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Catalog Data

C. Ribsam & Sons (Firm)  Search this
Clay & Richmond  Search this
Paper, lithograph
5 1/4 × 3 in. (13.3 × 7.6 cm)
Advertising ephemera
Trade cards
ca. 1876-1895
Victorian (1837-1901)
Color lithographic print on cardstock. This trade advertisement card is for C. Ribsam & Sons: Seedsmen, Florists, and Nurserymen. It features an anthropomorphic carrot man wearing a monocle with a top hat and holding a walking stick. Vegetable people were a popular subject for trade cards, especially from 1885 to 1890. They were intended to be a combination of eccentric personality-types and healthy produce with a comical twist. These caricatures are often pictured with probs including hats, walking sticks, cigars, umbrellas, gardening tools, or musical instruments.
Label Text:
In the period following the Civil War, the use of trade cards became widespread in America, reaching the height of popularity and design in the late-nineteenth century. The equivalent to the modern business card, a trade card was a means to promote a variety of goods and services, and act as a memory aid used by merchants and traders. Trade cards were usually square or rectangular, made of paper, and sufficiently small to fit inside a gentleman’s pocket or a lady’s purse. Advances in multi-color printing and color lithography fueled increasingly sophisticated designs and made cards more affordable to businesses. Cards usually had an image on one side and the businesses information on the other. Stock cards were available, with a blank space for companies to fill in their own information.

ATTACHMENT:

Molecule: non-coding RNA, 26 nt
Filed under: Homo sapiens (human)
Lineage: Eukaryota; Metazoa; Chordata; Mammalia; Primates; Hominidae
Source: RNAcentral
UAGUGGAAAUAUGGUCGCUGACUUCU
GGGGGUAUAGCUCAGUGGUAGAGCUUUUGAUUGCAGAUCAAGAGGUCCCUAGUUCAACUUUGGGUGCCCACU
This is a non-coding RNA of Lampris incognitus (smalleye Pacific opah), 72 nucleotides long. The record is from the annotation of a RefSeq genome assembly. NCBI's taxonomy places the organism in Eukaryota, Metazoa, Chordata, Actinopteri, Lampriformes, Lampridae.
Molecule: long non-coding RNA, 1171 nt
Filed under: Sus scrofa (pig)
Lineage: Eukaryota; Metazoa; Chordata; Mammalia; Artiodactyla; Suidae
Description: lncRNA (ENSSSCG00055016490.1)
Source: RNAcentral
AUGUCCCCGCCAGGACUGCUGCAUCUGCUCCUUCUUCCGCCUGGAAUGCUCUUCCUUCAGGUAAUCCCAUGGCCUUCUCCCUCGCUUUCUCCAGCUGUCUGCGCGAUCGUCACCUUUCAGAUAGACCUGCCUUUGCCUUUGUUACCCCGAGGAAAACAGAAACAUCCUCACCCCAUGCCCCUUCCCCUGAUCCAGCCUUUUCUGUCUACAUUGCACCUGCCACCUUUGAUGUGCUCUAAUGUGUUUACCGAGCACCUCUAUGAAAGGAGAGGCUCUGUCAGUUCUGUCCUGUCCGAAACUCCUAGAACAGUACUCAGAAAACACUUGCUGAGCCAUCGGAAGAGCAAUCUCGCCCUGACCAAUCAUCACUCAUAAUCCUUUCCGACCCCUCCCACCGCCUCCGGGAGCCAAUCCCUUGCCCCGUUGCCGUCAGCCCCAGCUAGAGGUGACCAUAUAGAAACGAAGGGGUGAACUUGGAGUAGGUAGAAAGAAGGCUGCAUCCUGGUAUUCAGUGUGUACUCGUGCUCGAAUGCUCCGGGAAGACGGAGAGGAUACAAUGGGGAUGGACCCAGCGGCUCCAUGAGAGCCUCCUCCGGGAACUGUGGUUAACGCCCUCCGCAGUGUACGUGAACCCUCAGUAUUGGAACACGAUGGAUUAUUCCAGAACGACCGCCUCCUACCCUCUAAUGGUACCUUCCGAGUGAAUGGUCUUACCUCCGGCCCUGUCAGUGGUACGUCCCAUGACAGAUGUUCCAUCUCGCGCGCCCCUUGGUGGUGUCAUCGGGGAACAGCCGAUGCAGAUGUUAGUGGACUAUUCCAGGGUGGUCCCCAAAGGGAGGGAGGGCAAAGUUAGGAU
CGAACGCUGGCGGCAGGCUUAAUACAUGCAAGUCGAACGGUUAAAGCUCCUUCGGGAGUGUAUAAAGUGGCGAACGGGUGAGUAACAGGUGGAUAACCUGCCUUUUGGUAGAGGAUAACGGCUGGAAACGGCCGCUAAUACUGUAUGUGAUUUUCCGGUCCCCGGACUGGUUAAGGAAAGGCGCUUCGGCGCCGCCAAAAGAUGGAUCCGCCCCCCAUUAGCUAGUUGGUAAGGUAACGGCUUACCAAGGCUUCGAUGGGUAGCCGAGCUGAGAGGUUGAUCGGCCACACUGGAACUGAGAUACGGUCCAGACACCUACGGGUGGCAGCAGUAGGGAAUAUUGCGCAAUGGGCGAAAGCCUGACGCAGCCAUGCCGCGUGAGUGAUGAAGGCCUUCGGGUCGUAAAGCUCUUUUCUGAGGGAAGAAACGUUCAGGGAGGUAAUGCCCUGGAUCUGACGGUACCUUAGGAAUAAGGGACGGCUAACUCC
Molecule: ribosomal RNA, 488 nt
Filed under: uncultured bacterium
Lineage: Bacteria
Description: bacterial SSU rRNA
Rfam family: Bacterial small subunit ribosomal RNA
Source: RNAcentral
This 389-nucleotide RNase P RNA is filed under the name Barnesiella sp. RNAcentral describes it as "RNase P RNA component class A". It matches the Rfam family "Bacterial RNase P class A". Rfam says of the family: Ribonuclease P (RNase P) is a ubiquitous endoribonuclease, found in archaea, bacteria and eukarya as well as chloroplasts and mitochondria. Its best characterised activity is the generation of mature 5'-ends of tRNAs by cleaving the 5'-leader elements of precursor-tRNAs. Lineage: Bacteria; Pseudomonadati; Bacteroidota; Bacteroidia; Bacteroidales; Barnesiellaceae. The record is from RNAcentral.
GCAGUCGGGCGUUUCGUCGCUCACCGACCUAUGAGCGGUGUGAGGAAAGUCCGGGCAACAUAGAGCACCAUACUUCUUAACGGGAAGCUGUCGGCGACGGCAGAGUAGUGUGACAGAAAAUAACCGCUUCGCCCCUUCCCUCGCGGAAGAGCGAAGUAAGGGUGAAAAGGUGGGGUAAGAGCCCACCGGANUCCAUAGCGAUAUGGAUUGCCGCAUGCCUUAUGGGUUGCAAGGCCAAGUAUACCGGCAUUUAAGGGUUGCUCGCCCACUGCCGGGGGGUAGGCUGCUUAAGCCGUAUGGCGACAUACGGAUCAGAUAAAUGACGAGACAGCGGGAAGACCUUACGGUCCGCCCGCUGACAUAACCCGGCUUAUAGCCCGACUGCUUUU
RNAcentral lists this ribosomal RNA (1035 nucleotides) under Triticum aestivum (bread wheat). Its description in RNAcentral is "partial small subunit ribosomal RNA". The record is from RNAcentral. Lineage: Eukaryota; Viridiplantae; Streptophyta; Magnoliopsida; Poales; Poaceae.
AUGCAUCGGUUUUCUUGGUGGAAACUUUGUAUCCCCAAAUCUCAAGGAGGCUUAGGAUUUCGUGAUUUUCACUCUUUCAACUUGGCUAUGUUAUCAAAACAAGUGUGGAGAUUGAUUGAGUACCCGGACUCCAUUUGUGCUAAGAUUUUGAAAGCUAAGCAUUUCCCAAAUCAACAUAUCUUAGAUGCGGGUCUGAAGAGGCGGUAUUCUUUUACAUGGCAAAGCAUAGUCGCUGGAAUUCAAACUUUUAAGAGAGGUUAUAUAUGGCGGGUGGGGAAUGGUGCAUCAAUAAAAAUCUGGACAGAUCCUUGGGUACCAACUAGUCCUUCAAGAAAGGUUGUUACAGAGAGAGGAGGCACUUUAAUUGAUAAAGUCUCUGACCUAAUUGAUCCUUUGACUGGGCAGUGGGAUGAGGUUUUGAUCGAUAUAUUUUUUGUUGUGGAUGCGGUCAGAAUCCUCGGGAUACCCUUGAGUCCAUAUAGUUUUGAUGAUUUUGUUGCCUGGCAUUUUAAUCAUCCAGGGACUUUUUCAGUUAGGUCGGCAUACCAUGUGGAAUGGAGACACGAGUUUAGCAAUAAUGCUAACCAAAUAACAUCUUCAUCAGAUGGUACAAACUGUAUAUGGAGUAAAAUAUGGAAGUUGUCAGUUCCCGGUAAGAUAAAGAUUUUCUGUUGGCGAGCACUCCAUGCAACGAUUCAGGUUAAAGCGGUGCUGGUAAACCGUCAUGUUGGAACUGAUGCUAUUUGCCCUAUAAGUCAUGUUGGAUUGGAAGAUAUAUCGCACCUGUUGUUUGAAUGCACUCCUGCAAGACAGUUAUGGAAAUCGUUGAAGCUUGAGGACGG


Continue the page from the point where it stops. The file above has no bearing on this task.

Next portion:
In the late nineteenth century, companies used trade cards as a form of promotion. Businesses distributed these cards to clients and potential customers at exhibitions and fairs, on sidewalks, through the mail, stuffed in packages, or in stacks on store countertops. The attractive and colorful designs and illustrations led to the popular hobby of collecting trade cards in the late nineteenth century. Cards were kept in albums, hung on walls, put in frames, and added to scrapbooks. The passion for collecting led trade cards to become trading cards as enthusiasts exchanged cards among each other.
Clay & Richmond, Buffalo, New York.
C. Ribsam & Sons: Seedsmen, Florists, and Nurserymen
advertising cards  Search this
chromolithographs  Search this
ephemera  Search this
caricatures  Search this
Carrots  Search this
marketing  Search this
seed  Search this
Seed industry and trade  Search this
Trade advertisements  Search this
Victorian  Search this
Credit Line:
Smithsonian Gardens, Horticultural Artifacts Collection.
Accession number:
Restrictions & Rights:
Usage conditions apply
See more items in:
Horticultural Artifacts Collection
Data Source:
Smithsonian Gardens